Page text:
Across the Accademia Bridge, back in San Marco, we found the free Museo della Musica (Music Museum) and we also stumbled across Venice Glass Week exhibits at the Istituto Veneto di Scienze, Lettere ed Arti and the Palazzo Cavalli-Franchetti.
You never know what you’ll find when you let yourself get lost in Venice!
Where to Eat in Venice, Italy
For a more in-depth guide, including gelato recommendations, check out my post on the top places to eat in Venice.
- Caffè Florian — for expensive coffee or drinks and the snack that comes with it
- Ristorante Da Cherubino — for seafood pasta dishes
- Ristorante Piccolo Martini — for a quick sandwich or pizza by the slice
- Pizzeria Birreria Nuova Valigia — for pizza
- Ristorante Marciana — for classic pasta
Where to Stay in Venice, Italy
Unfortunatley, the hotel we stayed in (Palazzo Selvadego) has closed down. That hotel had a partnership with the Hotel Monaco & Grand Canal where we ate breakfast, so I can at least recommend the Hotel Monaco based on its lobby and breakfast room.
If you’re looking for something a little cheaper, check out Hotel Cavalletto & Doge Orseolo. This hotel has a great location right by the main tourist hot spots, and that makes it easy to find your way back to through Venice’s confusing streets. You’ll want to walk in the opposite direction of Piazza San Marco to find cheaper, less touristy places to eat, of course.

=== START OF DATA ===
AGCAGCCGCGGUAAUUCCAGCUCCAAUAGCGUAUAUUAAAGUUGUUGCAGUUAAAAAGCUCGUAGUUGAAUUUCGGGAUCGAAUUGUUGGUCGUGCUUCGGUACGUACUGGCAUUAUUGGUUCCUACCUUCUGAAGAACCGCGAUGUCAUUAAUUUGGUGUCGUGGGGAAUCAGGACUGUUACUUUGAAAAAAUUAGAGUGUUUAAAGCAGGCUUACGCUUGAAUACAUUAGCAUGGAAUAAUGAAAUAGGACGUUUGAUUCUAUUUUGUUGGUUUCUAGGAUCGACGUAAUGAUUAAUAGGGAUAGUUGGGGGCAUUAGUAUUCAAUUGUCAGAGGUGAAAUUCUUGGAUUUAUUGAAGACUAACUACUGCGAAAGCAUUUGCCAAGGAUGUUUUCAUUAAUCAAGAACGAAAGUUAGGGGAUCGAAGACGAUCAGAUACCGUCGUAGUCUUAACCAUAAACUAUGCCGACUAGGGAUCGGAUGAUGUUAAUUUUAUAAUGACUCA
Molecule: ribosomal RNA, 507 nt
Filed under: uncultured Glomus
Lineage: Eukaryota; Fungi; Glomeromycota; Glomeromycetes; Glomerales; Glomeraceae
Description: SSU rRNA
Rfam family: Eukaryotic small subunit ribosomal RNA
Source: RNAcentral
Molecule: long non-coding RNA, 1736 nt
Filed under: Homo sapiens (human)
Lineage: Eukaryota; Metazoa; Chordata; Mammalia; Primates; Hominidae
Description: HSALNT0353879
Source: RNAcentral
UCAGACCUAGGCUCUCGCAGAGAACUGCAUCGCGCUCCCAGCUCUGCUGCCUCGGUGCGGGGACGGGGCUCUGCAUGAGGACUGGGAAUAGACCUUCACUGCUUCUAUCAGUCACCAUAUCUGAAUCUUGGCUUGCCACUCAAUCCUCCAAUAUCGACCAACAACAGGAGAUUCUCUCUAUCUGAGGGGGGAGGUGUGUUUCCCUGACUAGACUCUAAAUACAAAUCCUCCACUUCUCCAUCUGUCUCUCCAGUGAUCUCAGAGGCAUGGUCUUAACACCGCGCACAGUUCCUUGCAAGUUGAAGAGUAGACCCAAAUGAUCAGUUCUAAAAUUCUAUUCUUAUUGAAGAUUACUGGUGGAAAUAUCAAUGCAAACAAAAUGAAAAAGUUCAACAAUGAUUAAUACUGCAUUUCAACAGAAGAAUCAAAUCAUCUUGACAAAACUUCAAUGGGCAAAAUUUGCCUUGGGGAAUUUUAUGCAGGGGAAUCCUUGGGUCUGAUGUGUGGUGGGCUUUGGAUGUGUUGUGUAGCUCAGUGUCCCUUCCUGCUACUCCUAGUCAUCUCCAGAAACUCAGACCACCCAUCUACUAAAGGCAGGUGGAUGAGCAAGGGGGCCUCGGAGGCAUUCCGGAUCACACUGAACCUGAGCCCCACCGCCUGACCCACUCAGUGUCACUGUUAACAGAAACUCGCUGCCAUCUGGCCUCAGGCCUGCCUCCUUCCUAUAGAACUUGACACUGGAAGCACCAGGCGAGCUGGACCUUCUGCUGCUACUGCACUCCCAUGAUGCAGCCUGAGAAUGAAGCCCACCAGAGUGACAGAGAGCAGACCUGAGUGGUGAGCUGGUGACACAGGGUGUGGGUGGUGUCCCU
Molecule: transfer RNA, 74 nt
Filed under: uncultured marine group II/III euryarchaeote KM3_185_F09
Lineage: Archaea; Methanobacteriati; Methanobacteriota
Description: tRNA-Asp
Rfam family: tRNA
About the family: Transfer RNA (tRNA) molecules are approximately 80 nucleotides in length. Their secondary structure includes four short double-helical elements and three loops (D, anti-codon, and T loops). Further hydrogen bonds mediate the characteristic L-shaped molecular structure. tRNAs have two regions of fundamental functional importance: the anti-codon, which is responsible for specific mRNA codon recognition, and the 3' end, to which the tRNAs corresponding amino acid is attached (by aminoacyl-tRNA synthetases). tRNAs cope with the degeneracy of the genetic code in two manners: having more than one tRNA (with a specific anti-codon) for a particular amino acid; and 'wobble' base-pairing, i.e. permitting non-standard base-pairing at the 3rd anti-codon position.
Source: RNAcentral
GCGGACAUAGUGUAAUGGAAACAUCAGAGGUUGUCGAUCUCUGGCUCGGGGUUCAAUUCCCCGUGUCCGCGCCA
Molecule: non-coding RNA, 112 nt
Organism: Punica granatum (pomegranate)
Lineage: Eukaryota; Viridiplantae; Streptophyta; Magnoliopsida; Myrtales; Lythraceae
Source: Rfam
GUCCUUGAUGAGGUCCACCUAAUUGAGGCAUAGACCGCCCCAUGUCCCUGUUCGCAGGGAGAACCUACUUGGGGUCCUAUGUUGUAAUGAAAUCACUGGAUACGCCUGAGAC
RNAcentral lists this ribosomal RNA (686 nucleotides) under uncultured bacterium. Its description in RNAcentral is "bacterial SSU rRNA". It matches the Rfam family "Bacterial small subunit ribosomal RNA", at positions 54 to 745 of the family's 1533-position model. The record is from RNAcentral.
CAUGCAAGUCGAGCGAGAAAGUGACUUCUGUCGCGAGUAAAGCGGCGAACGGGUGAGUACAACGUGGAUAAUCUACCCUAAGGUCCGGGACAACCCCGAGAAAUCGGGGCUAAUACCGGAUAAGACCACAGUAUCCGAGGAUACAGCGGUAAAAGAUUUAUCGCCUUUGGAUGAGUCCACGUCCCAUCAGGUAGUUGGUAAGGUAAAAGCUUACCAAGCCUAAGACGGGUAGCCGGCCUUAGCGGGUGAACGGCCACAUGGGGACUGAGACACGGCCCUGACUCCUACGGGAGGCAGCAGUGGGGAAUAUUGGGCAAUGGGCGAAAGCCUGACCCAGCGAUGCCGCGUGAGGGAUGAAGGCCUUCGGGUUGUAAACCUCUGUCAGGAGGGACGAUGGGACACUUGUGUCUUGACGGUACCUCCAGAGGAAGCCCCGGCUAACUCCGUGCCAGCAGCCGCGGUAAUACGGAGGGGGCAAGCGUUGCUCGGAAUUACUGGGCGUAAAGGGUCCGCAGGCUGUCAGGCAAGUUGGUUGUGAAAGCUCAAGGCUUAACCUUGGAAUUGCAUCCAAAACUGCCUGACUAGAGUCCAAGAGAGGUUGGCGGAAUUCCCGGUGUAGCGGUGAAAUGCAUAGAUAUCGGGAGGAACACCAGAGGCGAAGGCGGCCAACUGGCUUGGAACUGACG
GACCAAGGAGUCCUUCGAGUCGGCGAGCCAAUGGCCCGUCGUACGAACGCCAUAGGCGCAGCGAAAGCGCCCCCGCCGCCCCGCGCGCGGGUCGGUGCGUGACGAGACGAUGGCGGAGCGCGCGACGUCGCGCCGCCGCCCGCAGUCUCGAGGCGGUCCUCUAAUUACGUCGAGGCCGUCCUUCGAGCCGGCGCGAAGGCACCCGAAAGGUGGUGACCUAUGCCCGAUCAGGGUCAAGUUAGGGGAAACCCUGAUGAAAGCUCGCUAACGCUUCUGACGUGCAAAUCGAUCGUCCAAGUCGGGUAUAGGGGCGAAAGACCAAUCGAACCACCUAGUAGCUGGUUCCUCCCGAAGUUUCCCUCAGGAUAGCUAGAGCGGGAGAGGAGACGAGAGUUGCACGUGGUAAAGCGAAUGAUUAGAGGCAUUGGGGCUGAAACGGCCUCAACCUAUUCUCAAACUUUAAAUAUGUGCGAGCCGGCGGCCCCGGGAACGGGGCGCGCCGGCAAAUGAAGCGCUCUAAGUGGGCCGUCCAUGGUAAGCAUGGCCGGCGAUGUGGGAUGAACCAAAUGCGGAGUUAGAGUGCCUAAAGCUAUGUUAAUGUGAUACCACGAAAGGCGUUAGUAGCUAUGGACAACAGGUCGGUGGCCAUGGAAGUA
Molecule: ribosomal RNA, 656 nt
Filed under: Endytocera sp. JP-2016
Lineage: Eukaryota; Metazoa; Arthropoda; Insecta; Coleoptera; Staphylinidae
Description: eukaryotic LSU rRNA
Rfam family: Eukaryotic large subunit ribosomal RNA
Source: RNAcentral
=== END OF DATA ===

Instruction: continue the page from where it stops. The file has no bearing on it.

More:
Top Venice Hotels
- Near Piazza San Marco: Hotel Cavalletto & Doge Orseolo
- Great Value: Hotel Antiche Figure
- Top Hotel: Hotel Moresco
- Unique Stay: San Polo Apartment
Read next: Top 5 Tourist Destinations in Italy
More Things To Do In Venice, Italy
Just can’t get enough of Venice, Italy? I don’t blame you! Check out these other Venice itineraries:
Ready to visit Venice, Italy? Plan your trip with these tips.
- Book your flight to Italy: Find the cheapest flights using Skyscanner, my favorite flight search engine.
- Find Accommodation: You can find top hotels in Venice using Booking.com.
- Get a Guide Book: Check out the guide books from Fodor’s, Lonely Planet, or Rick Steves for in depth info about traveling to Italy.
What are your favorite things to do in Venice, Italy? Let me know in the comments!